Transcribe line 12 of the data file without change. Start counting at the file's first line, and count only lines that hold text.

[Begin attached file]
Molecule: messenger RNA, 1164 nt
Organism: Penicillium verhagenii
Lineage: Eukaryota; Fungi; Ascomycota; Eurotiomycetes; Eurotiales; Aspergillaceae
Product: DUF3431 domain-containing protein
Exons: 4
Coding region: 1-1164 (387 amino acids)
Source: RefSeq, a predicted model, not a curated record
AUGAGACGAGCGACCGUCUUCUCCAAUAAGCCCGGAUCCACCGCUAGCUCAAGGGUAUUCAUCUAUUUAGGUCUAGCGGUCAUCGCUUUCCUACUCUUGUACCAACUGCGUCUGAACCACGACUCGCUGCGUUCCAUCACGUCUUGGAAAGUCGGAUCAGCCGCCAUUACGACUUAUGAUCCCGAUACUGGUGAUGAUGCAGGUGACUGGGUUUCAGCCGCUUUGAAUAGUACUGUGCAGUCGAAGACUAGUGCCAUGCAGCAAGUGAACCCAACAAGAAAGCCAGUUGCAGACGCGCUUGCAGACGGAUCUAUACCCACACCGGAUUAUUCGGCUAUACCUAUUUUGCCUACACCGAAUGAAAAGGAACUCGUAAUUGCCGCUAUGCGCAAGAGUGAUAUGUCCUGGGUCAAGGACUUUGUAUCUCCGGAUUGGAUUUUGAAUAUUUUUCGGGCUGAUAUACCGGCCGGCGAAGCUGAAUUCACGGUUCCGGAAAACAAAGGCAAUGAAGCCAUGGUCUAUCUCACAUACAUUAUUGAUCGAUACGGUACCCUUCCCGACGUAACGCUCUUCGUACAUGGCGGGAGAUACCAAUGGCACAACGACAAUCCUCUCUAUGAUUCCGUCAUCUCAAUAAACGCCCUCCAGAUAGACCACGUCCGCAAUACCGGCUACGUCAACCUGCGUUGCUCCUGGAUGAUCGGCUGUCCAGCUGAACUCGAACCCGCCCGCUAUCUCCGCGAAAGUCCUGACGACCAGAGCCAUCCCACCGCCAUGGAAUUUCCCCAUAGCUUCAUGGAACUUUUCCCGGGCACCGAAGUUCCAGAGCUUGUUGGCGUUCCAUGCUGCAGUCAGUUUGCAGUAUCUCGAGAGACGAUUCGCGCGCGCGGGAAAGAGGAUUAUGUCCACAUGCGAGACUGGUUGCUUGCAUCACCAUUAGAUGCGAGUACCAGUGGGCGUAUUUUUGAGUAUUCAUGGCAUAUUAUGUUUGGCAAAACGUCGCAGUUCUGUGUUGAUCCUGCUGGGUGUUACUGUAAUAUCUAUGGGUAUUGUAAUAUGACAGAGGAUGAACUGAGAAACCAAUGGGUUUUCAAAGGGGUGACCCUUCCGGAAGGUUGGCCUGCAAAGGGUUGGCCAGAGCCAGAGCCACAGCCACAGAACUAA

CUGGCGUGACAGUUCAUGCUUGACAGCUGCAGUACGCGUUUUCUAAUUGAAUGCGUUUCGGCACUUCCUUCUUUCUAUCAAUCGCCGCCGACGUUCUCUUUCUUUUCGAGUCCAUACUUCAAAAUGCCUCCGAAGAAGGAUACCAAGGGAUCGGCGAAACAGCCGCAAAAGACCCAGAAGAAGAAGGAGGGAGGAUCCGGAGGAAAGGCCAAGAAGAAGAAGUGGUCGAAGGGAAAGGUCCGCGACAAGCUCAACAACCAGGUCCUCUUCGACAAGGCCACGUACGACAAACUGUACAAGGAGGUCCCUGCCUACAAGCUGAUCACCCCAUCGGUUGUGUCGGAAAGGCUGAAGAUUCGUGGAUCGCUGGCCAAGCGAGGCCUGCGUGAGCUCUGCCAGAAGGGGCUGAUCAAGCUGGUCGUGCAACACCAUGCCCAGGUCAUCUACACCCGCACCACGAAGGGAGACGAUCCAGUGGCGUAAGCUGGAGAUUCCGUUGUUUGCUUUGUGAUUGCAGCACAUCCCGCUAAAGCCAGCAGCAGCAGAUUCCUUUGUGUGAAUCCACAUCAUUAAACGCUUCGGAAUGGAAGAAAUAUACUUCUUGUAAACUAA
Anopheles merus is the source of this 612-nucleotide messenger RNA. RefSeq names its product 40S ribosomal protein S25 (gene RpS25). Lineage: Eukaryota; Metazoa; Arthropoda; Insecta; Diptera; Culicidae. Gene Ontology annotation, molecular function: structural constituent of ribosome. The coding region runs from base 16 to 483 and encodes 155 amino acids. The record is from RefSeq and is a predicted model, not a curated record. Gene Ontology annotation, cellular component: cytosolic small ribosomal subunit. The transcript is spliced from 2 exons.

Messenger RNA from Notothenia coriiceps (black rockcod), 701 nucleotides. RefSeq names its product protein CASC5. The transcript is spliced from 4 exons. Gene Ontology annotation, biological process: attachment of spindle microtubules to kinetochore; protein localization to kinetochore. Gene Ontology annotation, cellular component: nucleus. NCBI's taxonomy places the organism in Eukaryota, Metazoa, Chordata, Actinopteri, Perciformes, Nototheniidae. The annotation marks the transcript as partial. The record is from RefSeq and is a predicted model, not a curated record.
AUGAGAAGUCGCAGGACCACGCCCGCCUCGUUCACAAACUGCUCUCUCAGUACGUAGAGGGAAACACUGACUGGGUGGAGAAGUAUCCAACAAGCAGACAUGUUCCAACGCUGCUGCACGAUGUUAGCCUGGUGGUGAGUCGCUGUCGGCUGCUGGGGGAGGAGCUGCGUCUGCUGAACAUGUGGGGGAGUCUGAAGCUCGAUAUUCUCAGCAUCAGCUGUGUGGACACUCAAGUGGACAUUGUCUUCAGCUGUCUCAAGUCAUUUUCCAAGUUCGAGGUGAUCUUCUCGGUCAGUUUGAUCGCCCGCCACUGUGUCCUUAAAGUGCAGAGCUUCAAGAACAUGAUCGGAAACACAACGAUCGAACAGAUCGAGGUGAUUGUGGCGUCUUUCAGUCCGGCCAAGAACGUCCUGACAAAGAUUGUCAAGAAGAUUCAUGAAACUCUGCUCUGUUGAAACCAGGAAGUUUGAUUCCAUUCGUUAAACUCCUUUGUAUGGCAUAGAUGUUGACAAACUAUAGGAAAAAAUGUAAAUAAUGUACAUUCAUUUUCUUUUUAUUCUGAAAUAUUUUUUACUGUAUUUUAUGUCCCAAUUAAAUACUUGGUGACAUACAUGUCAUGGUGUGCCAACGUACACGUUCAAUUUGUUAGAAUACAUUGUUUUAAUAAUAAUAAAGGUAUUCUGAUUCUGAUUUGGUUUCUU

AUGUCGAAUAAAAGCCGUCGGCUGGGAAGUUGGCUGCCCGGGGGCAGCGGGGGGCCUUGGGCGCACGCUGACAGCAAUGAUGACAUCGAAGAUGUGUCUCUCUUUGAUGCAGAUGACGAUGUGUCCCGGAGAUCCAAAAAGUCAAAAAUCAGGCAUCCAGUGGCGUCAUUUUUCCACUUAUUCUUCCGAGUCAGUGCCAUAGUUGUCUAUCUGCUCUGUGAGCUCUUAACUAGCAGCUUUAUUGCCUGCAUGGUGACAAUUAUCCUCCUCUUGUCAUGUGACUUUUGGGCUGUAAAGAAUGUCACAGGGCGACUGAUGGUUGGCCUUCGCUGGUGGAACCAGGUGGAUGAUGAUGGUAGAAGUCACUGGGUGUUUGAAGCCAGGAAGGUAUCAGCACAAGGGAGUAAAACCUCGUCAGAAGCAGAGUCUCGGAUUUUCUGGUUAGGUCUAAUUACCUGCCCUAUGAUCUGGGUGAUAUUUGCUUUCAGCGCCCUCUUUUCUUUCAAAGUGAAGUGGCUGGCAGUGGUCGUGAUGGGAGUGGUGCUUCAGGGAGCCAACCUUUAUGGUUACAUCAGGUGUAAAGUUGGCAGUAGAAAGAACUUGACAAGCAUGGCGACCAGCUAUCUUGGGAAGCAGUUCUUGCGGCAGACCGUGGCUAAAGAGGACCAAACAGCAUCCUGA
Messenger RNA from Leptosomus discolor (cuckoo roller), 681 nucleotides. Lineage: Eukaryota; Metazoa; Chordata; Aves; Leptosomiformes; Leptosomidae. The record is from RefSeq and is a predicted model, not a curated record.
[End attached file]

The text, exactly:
AUGAGAAGUCGCAGGACCACGCCCGCCUCGUUCACAAACUGCUCUCUCAGUACGUAGAGGGAAACACUGACUGGGUGGAGAAGUAUCCAACAAGCAGACAUGUUCCAACGCUGCUGCACGAUGUUAGCCUGGUGGUGAGUCGCUGUCGGCUGCUGGGGGAGGAGCUGCGUCUGCUGAACAUGUGGGGGAGUCUGAAGCUCGAUAUUCUCAGCAUCAGCUGUGUGGACACUCAAGUGGACAUUGUCUUCAGCUGUCUCAAGUCAUUUUCCAAGUUCGAGGUGAUCUUCUCGGUCAGUUUGAUCGCCCGCCACUGUGUCCUUAAAGUGCAGAGCUUCAAGAACAUGAUCGGAAACACAACGAUCGAACAGAUCGAGGUGAUUGUGGCGUCUUUCAGUCCGGCCAAGAACGUCCUGACAAAGAUUGUCAAGAAGAUUCAUGAAACUCUGCUCUGUUGAAACCAGGAAGUUUGAUUCCAUUCGUUAAACUCCUUUGUAUGGCAUAGAUGUUGACAAACUAUAGGAAAAAAUGUAAAUAAUGUACAUUCAUUUUCUUUUUAUUCUGAAAUAUUUUUUACUGUAUUUUAUGUCCCAAUUAAAUACUUGGUGACAUACAUGUCAUGGUGUGCCAACGUACACGUUCAAUUUGUUAGAAUACAUUGUUUUAAUAAUAAUAAAGGUAUUCUGAUUCUGAUUUGGUUUCUU